I do think they are very useful as they have a thinner grid, does anyone have the most recent iteration and/or where I can find it?

I don't know where specifically, but it should be somewhere on this page from Wipneus' website.
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Sterks

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Re: The 2019 melting season
« Reply #1139 on: May 26, 2019, 06:32:56 PM »
The ECMWF forecast hasn't changed much. The only good thing about it, is that the huge high pressure area isn't partnering up with a big low over Siberia (in other words a Dipole), as that would cause huge movement. As it is, there will be some movement, (maybe enough to move the ice blockade past Utqiagvik to resolve our poll?), but lots of insolation. I though there would be big drops after the weekend, but maybe all of this energy will go into melting momentum and not be felt until later in the melting season.
The forecast is quite warm from May 28 to end of the month, but beyond that the big HP seems to become dull not pulling warmth. Its “subsidence” also subsides. And the sun if really open skies, will hit the whitest of the CAB. Not sure there will be an area cliff, at least this early... but should see steady drops in extent for sure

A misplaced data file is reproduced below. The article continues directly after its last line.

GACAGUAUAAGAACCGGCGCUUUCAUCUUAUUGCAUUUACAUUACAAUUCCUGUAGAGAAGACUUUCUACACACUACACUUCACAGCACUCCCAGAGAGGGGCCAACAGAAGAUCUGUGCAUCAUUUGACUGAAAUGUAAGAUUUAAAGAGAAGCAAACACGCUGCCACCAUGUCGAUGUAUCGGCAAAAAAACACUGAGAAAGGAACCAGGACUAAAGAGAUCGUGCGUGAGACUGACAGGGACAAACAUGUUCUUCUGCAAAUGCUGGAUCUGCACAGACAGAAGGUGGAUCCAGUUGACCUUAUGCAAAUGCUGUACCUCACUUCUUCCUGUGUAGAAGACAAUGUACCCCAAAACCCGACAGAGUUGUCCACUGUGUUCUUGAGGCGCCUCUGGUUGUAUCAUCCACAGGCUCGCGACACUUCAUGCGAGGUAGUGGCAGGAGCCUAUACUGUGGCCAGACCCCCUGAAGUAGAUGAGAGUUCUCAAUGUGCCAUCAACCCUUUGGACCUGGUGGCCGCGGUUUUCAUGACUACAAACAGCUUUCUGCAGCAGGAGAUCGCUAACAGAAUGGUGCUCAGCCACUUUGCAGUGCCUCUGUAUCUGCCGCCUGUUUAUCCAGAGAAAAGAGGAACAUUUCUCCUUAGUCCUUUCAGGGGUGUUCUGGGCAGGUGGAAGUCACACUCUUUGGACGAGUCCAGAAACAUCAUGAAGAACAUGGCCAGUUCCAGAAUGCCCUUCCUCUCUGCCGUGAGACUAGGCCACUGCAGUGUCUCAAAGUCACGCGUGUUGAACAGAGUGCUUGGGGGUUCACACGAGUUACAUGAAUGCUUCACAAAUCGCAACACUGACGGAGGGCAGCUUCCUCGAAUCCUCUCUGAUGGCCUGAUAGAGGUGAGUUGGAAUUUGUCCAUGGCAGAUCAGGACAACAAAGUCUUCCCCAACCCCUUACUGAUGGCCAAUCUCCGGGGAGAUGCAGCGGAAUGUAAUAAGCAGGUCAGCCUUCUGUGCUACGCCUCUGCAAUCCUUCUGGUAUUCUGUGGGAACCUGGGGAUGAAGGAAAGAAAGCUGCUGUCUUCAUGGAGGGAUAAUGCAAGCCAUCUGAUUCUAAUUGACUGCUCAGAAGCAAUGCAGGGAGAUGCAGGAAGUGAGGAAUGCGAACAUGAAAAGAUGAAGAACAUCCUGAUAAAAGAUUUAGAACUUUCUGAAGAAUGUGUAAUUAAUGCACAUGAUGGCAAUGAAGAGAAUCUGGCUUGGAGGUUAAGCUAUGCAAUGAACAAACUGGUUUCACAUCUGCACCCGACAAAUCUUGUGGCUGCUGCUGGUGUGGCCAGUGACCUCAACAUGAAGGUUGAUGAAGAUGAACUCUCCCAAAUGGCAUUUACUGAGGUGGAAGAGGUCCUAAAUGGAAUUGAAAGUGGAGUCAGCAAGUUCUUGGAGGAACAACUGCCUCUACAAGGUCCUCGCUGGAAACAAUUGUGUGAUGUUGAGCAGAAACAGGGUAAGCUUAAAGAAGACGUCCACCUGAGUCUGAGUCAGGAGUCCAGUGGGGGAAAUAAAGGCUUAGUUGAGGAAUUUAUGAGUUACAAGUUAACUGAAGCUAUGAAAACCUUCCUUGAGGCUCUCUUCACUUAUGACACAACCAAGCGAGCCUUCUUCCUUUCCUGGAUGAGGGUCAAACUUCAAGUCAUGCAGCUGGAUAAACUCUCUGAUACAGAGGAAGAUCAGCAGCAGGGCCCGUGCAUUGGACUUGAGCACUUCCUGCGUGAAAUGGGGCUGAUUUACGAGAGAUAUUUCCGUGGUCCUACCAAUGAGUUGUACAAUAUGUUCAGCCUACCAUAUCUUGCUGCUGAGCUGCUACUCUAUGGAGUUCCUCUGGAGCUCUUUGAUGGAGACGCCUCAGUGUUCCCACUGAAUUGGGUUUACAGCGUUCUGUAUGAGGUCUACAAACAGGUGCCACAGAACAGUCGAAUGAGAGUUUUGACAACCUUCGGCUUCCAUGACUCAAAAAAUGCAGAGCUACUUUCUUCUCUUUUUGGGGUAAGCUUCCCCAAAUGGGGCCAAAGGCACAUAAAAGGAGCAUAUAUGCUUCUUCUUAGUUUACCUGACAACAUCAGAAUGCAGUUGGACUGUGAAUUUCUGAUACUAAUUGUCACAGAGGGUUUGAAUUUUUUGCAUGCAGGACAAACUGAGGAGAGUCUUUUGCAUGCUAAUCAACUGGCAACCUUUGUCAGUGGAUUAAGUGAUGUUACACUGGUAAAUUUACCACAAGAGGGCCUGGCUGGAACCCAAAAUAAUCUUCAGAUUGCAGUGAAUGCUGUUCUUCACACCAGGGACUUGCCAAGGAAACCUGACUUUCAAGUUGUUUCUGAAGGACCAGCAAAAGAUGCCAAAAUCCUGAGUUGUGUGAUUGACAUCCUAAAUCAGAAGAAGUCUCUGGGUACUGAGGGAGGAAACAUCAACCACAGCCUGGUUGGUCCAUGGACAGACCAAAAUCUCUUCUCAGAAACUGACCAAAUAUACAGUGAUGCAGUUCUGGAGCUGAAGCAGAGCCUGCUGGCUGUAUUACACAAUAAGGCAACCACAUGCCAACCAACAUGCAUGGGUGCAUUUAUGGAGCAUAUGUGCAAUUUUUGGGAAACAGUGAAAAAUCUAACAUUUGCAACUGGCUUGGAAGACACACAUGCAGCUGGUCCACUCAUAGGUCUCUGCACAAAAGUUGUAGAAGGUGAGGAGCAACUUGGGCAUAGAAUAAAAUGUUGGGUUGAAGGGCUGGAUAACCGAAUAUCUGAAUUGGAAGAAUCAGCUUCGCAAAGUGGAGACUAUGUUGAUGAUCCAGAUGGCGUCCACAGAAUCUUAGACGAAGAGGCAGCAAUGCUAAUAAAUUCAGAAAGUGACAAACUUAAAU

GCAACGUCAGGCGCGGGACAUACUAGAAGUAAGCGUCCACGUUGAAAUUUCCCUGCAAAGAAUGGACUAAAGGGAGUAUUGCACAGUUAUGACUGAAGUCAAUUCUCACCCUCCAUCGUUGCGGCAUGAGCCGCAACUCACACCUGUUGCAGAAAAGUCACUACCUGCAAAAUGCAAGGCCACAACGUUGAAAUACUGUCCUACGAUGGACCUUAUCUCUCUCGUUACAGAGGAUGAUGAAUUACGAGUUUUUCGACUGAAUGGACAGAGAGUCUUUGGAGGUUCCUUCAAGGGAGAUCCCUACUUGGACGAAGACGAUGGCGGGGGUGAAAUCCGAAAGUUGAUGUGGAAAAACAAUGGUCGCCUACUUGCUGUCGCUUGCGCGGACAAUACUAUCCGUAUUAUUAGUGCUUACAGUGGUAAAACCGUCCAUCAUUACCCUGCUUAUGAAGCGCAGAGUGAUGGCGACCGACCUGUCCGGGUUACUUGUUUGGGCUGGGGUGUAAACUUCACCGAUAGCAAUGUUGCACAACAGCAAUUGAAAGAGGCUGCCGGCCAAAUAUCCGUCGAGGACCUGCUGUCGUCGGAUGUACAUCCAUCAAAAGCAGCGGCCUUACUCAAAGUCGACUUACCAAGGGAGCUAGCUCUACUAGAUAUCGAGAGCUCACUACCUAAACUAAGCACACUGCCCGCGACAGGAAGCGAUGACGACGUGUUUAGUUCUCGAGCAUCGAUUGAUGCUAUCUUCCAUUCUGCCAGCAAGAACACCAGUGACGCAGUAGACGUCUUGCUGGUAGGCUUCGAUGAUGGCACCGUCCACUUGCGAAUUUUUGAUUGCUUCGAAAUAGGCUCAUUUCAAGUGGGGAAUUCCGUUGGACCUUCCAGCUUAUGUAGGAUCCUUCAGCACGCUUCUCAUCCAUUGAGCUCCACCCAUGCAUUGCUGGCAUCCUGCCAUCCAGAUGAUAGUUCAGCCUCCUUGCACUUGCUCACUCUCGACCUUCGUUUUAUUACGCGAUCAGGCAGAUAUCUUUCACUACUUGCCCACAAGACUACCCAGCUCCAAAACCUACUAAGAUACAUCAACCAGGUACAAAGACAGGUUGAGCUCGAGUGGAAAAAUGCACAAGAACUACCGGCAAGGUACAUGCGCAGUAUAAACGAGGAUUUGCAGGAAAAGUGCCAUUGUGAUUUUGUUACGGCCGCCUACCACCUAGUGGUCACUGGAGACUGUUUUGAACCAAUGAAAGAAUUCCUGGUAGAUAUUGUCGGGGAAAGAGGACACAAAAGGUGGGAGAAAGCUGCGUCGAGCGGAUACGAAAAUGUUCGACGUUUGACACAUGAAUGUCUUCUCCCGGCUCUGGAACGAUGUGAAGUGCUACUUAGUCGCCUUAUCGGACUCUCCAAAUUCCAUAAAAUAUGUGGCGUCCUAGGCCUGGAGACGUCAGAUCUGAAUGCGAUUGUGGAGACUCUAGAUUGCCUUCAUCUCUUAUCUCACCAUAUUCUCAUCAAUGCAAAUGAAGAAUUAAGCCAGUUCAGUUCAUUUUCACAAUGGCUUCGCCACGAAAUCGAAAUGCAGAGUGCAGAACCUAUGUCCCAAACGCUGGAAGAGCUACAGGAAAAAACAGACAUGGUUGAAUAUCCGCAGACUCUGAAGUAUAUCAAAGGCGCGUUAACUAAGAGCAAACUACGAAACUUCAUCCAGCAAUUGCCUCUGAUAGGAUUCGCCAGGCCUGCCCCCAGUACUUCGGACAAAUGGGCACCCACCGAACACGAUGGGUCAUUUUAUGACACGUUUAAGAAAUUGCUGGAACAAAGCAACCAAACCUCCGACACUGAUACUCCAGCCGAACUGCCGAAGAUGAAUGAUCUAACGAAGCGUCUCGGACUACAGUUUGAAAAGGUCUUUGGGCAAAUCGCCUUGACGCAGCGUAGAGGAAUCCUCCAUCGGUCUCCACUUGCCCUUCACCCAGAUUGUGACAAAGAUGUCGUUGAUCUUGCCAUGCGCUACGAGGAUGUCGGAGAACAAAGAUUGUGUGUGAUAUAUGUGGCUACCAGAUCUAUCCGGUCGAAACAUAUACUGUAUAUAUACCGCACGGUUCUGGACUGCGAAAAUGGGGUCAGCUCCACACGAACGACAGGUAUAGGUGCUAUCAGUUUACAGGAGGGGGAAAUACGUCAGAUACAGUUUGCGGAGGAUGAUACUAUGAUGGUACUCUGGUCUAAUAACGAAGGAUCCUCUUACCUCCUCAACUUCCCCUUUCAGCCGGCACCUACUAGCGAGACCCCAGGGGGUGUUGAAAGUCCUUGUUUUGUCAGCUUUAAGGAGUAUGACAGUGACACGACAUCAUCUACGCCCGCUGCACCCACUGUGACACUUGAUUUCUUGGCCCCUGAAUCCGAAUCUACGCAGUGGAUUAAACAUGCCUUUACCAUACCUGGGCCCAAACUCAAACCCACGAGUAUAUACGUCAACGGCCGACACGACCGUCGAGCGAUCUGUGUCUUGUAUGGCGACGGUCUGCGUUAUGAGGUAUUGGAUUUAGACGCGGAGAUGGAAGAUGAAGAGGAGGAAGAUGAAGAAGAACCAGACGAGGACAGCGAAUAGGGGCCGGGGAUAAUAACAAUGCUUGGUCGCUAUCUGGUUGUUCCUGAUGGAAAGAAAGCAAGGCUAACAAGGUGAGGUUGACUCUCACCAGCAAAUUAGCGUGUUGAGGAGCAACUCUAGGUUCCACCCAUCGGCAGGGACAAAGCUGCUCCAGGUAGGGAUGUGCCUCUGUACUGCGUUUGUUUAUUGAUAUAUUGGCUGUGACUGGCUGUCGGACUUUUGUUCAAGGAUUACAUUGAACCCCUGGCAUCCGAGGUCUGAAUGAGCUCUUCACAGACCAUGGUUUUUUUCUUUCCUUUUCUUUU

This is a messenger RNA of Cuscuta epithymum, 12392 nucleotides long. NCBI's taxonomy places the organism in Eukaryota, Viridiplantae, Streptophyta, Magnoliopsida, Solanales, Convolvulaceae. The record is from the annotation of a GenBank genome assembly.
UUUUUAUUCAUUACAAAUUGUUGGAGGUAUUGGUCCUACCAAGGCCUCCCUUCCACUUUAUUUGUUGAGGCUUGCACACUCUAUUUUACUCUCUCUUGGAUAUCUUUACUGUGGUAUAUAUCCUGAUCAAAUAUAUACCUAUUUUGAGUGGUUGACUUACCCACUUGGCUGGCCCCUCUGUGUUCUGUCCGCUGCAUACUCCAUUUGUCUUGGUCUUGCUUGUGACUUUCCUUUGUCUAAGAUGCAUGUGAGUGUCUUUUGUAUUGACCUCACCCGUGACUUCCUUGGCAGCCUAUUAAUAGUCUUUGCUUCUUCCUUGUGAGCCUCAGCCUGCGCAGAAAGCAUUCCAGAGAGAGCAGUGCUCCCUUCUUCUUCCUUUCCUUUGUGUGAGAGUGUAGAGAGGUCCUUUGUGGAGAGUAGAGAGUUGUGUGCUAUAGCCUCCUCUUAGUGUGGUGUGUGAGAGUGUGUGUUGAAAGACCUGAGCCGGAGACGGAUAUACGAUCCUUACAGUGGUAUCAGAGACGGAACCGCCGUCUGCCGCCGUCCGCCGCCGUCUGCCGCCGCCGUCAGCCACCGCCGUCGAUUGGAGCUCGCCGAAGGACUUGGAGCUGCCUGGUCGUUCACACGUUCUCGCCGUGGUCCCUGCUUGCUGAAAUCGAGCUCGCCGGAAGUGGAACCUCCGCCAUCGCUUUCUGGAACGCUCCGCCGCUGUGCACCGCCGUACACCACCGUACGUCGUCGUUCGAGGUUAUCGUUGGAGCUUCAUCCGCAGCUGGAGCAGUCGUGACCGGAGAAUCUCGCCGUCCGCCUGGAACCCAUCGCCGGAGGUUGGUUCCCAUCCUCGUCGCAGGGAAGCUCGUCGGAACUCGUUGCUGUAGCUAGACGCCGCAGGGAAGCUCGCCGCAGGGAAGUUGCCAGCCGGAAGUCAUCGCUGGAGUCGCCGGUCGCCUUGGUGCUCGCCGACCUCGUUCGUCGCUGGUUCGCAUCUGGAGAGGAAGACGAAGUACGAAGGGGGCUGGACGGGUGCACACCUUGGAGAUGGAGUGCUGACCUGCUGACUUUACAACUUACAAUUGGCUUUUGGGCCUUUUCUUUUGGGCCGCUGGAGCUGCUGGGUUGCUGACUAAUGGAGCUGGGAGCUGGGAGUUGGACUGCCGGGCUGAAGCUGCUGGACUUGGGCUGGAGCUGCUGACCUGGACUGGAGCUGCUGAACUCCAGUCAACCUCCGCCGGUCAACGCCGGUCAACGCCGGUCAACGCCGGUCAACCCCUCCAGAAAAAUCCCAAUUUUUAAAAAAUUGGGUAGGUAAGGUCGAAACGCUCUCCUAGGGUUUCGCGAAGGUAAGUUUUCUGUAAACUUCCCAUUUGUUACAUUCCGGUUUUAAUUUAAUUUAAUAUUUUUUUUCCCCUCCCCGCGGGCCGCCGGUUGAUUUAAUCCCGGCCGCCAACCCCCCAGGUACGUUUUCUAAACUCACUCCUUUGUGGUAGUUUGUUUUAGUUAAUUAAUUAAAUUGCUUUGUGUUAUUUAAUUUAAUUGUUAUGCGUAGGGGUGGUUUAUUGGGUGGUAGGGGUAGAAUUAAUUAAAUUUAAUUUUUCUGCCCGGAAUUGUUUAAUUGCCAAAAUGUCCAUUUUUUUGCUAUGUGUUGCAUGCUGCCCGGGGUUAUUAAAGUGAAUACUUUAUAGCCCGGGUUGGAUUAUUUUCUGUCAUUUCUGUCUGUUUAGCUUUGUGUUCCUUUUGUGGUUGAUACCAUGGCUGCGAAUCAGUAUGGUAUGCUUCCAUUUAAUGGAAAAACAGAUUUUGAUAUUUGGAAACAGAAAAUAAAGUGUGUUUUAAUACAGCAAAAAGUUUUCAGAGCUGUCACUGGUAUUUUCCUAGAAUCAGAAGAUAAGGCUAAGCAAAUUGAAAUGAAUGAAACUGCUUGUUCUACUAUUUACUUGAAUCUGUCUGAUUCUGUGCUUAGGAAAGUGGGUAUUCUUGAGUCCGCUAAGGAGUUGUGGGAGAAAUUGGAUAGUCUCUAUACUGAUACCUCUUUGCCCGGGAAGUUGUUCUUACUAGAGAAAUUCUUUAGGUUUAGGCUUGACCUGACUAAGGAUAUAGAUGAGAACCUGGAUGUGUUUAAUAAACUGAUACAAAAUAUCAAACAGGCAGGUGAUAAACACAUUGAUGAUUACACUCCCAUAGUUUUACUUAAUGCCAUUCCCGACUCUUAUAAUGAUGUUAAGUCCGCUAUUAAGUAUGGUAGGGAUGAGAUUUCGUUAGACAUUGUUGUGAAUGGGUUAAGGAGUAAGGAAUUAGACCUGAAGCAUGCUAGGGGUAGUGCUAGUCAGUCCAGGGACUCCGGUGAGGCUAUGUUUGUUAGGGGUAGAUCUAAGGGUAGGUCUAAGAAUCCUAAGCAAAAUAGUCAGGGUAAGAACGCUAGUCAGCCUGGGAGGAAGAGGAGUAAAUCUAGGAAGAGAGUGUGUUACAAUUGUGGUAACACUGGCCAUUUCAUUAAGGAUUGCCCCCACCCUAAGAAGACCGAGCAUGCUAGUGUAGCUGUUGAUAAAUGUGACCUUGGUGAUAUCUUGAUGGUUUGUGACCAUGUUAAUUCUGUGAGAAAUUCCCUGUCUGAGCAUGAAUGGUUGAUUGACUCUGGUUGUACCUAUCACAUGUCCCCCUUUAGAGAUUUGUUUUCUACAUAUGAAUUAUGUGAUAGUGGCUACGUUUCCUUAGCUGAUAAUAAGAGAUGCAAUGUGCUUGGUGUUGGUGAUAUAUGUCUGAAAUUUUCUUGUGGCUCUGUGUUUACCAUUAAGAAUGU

Jim Hunt

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Re: The 2019 melting season
« Reply #1140 on: May 26, 2019, 06:46:11 PM »
I haven t seen the university of Bremen/ asmr2 general area and extent pop up in a while.
I do think they are very useful as they have a thinner grid, does anyone have the most recent iteration and/or where I can find it?

I think you may be confusing Bremen with Hamburg? Bremen AMSR2 extent is at:

https://seaice.uni-bremen.de/data/amsr2/today/extent_n_running_mean_amsr2_previous.png

Here's also is my closeup of Wipneus' data based on Hamburg Uni's 3.125 km gridded AMSR2 concentration:
« Last Edit: May 26, 2019, 08:06:31 PM by Jim Hunt »
Reality is merely an illusion, albeit a very persistent one - Albert Einstein

oren

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Re: The 2019 melting season